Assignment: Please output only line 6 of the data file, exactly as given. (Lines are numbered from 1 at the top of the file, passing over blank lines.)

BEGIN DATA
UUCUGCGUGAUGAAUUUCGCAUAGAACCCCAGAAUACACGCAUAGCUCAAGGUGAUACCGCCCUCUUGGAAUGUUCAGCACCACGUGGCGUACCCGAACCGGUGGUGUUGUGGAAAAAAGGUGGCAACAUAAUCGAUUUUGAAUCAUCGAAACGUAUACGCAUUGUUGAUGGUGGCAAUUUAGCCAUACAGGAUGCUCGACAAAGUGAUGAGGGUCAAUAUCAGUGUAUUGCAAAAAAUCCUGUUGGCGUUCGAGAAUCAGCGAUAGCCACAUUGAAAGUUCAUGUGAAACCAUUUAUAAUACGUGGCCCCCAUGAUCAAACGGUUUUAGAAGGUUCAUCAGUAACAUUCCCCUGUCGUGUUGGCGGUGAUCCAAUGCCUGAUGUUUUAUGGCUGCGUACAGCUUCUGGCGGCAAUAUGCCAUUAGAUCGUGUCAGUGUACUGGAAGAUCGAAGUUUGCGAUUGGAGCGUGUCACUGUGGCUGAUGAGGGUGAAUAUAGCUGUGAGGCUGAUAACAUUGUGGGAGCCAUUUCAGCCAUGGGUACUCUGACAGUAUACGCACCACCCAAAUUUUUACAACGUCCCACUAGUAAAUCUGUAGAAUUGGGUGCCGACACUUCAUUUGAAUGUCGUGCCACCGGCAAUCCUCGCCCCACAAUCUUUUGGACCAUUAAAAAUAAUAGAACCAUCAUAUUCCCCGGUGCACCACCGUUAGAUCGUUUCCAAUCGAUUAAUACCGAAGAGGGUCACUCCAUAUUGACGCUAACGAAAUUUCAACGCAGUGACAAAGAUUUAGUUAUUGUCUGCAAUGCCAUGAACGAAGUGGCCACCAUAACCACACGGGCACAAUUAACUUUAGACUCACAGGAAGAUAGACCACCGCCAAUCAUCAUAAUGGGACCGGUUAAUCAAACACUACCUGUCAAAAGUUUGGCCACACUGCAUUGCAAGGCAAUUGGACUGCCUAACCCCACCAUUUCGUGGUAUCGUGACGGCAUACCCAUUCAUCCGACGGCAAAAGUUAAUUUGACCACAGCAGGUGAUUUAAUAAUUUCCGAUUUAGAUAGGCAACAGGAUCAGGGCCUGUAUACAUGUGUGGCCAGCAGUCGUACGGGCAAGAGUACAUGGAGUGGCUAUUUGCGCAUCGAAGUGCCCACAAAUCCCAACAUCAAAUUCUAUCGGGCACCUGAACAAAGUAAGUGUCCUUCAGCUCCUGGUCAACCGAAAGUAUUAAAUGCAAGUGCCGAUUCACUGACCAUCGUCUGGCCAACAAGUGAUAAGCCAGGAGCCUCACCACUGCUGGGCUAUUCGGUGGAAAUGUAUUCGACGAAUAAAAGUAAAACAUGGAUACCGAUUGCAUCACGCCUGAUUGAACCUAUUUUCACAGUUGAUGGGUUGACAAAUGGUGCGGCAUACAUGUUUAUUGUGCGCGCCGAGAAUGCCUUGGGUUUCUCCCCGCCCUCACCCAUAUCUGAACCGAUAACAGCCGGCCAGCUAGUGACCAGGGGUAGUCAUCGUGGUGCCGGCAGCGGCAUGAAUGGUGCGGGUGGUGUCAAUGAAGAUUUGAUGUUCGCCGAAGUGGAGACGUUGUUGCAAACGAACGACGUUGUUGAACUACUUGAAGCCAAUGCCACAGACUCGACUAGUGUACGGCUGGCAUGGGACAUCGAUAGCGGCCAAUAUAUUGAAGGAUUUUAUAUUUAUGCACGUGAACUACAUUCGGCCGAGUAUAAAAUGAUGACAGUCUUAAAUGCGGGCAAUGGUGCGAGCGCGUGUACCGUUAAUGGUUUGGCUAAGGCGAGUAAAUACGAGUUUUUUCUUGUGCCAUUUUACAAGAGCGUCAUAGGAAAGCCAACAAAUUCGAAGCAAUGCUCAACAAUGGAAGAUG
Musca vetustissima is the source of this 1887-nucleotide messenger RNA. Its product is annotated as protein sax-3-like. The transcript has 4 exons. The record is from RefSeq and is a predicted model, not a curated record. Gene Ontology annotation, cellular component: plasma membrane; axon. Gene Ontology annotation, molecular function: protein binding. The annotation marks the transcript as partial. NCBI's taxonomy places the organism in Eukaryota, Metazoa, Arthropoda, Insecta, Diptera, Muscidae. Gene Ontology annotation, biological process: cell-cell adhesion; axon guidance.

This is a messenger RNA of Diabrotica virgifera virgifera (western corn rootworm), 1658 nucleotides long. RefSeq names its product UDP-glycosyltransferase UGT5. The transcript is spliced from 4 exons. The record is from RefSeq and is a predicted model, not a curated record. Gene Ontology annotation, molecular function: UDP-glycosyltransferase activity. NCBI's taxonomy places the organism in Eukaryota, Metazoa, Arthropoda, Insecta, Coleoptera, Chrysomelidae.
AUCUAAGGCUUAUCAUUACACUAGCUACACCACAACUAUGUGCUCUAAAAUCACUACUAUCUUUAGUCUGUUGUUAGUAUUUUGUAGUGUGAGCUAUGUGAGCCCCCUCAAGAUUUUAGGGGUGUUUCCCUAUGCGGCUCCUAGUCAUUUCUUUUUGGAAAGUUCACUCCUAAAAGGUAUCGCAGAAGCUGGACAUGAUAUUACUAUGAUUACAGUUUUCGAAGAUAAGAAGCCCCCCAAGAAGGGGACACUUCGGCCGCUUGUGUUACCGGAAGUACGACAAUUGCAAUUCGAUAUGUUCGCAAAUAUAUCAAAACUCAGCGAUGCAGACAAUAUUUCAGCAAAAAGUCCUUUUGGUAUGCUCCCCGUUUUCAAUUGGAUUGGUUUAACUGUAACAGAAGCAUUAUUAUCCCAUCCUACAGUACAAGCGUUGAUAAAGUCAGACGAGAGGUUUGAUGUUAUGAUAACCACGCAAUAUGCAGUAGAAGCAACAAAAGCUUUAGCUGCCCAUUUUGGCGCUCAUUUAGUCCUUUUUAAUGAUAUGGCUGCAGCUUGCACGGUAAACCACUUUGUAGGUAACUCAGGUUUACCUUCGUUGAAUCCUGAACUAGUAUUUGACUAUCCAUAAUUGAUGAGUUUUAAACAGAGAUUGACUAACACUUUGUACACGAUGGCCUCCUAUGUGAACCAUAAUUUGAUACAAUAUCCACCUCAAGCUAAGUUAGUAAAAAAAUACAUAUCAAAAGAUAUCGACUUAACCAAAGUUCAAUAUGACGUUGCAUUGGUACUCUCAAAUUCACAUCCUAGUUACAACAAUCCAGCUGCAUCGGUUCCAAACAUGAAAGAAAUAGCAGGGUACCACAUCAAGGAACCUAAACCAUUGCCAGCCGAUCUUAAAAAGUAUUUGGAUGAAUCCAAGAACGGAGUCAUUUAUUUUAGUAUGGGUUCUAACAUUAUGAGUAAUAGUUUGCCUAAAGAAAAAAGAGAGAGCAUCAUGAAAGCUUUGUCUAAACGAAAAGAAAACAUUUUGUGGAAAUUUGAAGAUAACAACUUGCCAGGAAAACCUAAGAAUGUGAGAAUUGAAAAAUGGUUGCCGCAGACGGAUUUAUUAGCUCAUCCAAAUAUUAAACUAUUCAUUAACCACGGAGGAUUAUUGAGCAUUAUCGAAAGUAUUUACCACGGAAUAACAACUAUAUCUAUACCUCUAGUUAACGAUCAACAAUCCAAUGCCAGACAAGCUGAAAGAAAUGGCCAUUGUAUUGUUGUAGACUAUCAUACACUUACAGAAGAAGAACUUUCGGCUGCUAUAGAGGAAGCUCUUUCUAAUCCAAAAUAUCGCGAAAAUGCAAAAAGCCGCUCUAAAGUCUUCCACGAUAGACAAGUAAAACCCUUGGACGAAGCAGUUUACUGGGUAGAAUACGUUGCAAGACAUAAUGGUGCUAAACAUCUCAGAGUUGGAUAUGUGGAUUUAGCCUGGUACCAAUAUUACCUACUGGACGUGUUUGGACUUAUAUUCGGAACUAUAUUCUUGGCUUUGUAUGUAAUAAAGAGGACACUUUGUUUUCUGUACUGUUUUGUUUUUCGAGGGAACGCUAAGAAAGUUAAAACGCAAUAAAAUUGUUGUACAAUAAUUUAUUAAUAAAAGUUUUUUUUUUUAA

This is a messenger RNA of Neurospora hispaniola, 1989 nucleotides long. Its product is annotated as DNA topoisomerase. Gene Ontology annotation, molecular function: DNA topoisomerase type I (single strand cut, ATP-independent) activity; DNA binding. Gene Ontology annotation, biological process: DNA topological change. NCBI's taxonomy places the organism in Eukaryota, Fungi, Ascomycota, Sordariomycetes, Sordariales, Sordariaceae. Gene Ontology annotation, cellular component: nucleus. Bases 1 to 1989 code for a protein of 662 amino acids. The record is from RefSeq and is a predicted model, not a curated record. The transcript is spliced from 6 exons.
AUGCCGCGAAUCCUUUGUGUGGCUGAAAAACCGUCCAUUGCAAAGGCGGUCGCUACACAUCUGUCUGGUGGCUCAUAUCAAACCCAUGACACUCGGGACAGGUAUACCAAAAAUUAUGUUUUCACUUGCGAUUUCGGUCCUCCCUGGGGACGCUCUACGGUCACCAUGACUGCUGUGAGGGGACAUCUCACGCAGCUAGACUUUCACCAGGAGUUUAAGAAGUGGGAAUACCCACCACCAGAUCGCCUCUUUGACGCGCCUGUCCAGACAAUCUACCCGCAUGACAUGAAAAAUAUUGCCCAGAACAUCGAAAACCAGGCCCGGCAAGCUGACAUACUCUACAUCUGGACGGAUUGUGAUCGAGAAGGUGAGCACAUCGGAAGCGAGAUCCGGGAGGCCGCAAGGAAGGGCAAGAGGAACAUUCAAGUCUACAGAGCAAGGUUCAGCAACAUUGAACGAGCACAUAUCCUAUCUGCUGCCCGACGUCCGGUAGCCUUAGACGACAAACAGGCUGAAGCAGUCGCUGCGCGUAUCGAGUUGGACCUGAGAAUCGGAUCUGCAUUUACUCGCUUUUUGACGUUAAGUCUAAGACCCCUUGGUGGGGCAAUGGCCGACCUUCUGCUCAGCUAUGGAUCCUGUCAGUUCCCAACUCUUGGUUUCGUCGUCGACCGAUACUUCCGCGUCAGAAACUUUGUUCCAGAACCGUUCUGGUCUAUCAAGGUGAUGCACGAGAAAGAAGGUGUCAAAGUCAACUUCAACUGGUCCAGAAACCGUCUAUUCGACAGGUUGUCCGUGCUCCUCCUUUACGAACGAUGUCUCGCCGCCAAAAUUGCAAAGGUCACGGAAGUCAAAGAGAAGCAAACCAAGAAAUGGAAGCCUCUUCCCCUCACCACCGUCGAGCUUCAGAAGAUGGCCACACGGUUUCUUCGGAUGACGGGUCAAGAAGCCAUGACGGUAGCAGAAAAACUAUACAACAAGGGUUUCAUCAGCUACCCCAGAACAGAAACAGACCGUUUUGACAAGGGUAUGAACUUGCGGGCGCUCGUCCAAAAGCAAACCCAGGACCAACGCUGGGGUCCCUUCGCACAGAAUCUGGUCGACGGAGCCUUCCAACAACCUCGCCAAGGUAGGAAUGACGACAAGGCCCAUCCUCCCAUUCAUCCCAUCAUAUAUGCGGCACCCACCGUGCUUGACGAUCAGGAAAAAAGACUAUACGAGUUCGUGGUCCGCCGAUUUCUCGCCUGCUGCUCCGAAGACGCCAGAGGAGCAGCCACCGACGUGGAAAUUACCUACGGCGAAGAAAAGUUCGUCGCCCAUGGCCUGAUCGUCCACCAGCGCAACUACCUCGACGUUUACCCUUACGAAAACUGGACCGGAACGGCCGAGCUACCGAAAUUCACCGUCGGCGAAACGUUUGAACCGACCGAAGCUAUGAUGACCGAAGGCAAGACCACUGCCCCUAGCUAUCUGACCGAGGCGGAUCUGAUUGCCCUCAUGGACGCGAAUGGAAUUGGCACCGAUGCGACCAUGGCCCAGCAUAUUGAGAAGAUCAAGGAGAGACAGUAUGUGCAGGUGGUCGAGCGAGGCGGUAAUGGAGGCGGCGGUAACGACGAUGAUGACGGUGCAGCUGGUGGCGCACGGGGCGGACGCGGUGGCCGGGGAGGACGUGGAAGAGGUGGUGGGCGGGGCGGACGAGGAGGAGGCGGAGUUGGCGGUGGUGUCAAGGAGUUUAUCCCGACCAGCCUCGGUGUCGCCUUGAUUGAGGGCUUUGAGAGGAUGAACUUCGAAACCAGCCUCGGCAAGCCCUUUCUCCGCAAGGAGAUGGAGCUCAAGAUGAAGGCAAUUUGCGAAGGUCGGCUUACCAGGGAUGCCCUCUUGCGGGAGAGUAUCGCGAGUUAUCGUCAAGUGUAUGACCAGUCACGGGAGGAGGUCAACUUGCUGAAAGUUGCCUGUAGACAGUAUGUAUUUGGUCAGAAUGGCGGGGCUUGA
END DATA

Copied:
AUGCCGCGAAUCCUUUGUGUGGCUGAAAAACCGUCCAUUGCAAAGGCGGUCGCUACACAUCUGUCUGGUGGCUCAUAUCAAACCCAUGACACUCGGGACAGGUAUACCAAAAAUUAUGUUUUCACUUGCGAUUUCGGUCCUCCCUGGGGACGCUCUACGGUCACCAUGACUGCUGUGAGGGGACAUCUCACGCAGCUAGACUUUCACCAGGAGUUUAAGAAGUGGGAAUACCCACCACCAGAUCGCCUCUUUGACGCGCCUGUCCAGACAAUCUACCCGCAUGACAUGAAAAAUAUUGCCCAGAACAUCGAAAACCAGGCCCGGCAAGCUGACAUACUCUACAUCUGGACGGAUUGUGAUCGAGAAGGUGAGCACAUCGGAAGCGAGAUCCGGGAGGCCGCAAGGAAGGGCAAGAGGAACAUUCAAGUCUACAGAGCAAGGUUCAGCAACAUUGAACGAGCACAUAUCCUAUCUGCUGCCCGACGUCCGGUAGCCUUAGACGACAAACAGGCUGAAGCAGUCGCUGCGCGUAUCGAGUUGGACCUGAGAAUCGGAUCUGCAUUUACUCGCUUUUUGACGUUAAGUCUAAGACCCCUUGGUGGGGCAAUGGCCGACCUUCUGCUCAGCUAUGGAUCCUGUCAGUUCCCAACUCUUGGUUUCGUCGUCGACCGAUACUUCCGCGUCAGAAACUUUGUUCCAGAACCGUUCUGGUCUAUCAAGGUGAUGCACGAGAAAGAAGGUGUCAAAGUCAACUUCAACUGGUCCAGAAACCGUCUAUUCGACAGGUUGUCCGUGCUCCUCCUUUACGAACGAUGUCUCGCCGCCAAAAUUGCAAAGGUCACGGAAGUCAAAGAGAAGCAAACCAAGAAAUGGAAGCCUCUUCCCCUCACCACCGUCGAGCUUCAGAAGAUGGCCACACGGUUUCUUCGGAUGACGGGUCAAGAAGCCAUGACGGUAGCAGAAAAACUAUACAACAAGGGUUUCAUCAGCUACCCCAGAACAGAAACAGACCGUUUUGACAAGGGUAUGAACUUGCGGGCGCUCGUCCAAAAGCAAACCCAGGACCAACGCUGGGGUCCCUUCGCACAGAAUCUGGUCGACGGAGCCUUCCAACAACCUCGCCAAGGUAGGAAUGACGACAAGGCCCAUCCUCCCAUUCAUCCCAUCAUAUAUGCGGCACCCACCGUGCUUGACGAUCAGGAAAAAAGACUAUACGAGUUCGUGGUCCGCCGAUUUCUCGCCUGCUGCUCCGAAGACGCCAGAGGAGCAGCCACCGACGUGGAAAUUACCUACGGCGAAGAAAAGUUCGUCGCCCAUGGCCUGAUCGUCCACCAGCGCAACUACCUCGACGUUUACCCUUACGAAAACUGGACCGGAACGGCCGAGCUACCGAAAUUCACCGUCGGCGAAACGUUUGAACCGACCGAAGCUAUGAUGACCGAAGGCAAGACCACUGCCCCUAGCUAUCUGACCGAGGCGGAUCUGAUUGCCCUCAUGGACGCGAAUGGAAUUGGCACCGAUGCGACCAUGGCCCAGCAUAUUGAGAAGAUCAAGGAGAGACAGUAUGUGCAGGUGGUCGAGCGAGGCGGUAAUGGAGGCGGCGGUAACGACGAUGAUGACGGUGCAGCUGGUGGCGCACGGGGCGGACGCGGUGGCCGGGGAGGACGUGGAAGAGGUGGUGGGCGGGGCGGACGAGGAGGAGGCGGAGUUGGCGGUGGUGUCAAGGAGUUUAUCCCGACCAGCCUCGGUGUCGCCUUGAUUGAGGGCUUUGAGAGGAUGAACUUCGAAACCAGCCUCGGCAAGCCCUUUCUCCGCAAGGAGAUGGAGCUCAAGAUGAAGGCAAUUUGCGAAGGUCGGCUUACCAGGGAUGCCCUCUUGCGGGAGAGUAUCGCGAGUUAUCGUCAAGUGUAUGACCAGUCACGGGAGGAGGUCAACUUGCUGAAAGUUGCCUGUAGACAGUAUGUAUUUGGUCAGAAUGGCGGGGCUUGA